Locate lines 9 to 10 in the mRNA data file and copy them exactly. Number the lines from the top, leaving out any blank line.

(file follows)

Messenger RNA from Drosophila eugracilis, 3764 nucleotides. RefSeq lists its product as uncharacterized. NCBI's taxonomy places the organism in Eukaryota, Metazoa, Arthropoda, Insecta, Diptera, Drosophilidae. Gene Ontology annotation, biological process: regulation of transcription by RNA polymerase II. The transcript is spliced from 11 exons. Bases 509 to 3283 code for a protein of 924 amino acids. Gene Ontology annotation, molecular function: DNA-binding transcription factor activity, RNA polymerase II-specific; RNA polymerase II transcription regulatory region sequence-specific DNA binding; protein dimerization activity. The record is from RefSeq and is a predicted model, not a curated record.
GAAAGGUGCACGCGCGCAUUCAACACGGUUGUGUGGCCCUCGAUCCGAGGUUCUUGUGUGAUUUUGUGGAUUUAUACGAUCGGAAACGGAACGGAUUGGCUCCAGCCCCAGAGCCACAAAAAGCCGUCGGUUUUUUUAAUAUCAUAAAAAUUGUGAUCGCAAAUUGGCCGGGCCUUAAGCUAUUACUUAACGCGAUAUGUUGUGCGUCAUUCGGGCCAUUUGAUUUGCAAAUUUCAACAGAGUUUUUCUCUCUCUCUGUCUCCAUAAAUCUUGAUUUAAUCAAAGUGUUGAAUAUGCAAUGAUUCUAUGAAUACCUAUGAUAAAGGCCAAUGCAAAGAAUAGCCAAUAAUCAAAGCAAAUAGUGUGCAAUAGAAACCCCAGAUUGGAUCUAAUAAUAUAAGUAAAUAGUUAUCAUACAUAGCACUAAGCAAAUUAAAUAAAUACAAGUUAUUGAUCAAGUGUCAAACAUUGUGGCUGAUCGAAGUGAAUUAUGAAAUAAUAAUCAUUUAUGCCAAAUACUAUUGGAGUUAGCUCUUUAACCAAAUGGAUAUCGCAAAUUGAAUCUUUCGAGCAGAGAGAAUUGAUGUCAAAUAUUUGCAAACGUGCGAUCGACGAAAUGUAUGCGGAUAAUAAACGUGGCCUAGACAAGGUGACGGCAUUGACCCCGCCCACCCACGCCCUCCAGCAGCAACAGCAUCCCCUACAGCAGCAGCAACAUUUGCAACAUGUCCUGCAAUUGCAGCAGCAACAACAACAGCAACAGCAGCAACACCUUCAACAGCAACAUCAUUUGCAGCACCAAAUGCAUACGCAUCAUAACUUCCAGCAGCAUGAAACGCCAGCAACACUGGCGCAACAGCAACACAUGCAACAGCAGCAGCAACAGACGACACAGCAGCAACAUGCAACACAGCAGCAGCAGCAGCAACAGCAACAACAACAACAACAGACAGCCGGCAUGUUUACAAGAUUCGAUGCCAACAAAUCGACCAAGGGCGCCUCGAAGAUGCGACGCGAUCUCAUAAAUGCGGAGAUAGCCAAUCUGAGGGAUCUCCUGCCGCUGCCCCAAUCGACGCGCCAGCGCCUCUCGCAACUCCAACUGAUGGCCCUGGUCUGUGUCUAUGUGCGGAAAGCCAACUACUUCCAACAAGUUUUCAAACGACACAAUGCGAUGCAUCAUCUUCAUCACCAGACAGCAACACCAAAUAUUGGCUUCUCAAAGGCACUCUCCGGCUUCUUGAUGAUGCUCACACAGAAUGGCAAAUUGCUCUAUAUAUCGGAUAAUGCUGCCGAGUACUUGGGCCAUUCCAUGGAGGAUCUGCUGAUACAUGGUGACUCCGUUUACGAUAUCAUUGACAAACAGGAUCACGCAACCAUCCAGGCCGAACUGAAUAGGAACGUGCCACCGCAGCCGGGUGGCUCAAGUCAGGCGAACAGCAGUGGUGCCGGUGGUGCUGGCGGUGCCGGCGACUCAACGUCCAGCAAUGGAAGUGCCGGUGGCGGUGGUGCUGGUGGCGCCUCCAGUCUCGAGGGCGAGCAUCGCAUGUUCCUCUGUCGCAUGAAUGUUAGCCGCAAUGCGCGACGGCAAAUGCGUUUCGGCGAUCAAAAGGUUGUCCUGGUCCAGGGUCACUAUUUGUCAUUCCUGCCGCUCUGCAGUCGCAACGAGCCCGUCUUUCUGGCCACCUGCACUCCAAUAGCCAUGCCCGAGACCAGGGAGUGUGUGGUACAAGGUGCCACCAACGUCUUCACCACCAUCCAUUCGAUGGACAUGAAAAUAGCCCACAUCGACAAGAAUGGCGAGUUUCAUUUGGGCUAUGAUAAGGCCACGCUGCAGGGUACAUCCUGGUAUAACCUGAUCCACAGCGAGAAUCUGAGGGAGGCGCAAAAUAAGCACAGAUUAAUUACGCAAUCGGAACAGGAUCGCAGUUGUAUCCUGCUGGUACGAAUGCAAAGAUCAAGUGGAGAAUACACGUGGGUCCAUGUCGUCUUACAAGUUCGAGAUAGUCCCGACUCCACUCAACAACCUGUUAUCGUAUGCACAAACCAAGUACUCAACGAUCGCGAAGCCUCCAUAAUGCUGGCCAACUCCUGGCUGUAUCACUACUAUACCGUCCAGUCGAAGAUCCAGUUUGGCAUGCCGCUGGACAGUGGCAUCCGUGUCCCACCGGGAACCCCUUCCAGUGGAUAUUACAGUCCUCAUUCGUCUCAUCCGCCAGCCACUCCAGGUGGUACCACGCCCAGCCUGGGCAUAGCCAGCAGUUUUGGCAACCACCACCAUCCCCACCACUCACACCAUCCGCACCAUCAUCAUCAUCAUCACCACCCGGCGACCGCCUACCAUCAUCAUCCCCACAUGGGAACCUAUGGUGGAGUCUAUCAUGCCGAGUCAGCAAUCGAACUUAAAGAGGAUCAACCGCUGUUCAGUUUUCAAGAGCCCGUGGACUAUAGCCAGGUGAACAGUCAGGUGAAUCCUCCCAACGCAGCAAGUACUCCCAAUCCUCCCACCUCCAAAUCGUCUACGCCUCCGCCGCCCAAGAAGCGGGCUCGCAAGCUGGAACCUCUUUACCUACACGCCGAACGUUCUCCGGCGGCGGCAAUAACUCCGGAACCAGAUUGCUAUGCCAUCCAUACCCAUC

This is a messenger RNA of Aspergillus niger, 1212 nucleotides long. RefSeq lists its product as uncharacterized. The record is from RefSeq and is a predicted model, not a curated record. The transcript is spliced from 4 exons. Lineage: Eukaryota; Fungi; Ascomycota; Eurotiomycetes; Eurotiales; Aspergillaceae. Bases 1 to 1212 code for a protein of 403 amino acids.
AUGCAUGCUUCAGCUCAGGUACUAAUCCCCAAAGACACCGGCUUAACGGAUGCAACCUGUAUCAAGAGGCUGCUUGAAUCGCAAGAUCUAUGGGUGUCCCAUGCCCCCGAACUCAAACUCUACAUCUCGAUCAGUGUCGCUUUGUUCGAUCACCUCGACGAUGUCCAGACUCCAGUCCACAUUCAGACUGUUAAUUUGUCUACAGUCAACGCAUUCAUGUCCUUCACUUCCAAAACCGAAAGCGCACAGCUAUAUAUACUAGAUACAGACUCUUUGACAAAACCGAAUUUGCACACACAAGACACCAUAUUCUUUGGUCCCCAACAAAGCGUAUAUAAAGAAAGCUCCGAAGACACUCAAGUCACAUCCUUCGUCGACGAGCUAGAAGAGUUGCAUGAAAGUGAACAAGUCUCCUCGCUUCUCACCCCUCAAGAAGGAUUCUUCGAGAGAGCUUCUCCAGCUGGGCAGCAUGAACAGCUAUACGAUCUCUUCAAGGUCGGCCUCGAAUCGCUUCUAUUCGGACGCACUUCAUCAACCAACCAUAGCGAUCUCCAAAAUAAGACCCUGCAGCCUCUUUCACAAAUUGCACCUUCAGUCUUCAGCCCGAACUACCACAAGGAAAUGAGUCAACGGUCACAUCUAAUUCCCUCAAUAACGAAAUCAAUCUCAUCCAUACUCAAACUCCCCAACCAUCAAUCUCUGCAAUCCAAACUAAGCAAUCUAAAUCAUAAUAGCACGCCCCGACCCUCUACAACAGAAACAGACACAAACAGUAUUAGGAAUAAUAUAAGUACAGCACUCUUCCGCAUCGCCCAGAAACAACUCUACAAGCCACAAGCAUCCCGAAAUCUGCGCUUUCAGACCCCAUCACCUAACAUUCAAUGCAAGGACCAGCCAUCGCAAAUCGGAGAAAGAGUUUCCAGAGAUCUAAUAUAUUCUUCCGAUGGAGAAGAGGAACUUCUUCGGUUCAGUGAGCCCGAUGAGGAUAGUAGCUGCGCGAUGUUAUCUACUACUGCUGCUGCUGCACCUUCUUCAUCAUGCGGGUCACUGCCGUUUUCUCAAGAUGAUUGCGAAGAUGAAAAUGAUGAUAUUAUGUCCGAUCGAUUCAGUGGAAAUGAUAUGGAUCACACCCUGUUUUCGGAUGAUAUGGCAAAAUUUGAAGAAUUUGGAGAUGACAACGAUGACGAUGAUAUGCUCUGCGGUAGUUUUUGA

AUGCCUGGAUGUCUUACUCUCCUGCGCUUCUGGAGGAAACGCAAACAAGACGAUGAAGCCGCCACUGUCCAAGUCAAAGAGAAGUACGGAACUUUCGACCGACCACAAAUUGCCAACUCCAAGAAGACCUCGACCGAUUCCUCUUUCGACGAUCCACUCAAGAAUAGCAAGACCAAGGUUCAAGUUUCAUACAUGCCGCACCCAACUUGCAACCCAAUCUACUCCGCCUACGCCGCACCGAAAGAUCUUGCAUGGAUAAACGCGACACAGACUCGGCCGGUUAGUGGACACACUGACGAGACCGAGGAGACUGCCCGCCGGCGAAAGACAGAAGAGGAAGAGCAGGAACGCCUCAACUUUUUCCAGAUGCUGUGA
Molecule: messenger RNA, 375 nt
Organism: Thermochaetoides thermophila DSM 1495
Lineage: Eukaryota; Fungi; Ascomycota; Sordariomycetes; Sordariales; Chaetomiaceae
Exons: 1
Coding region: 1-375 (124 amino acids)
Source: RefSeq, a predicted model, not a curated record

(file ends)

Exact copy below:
Exons: 1
Coding region: 1-375 (124 amino acids)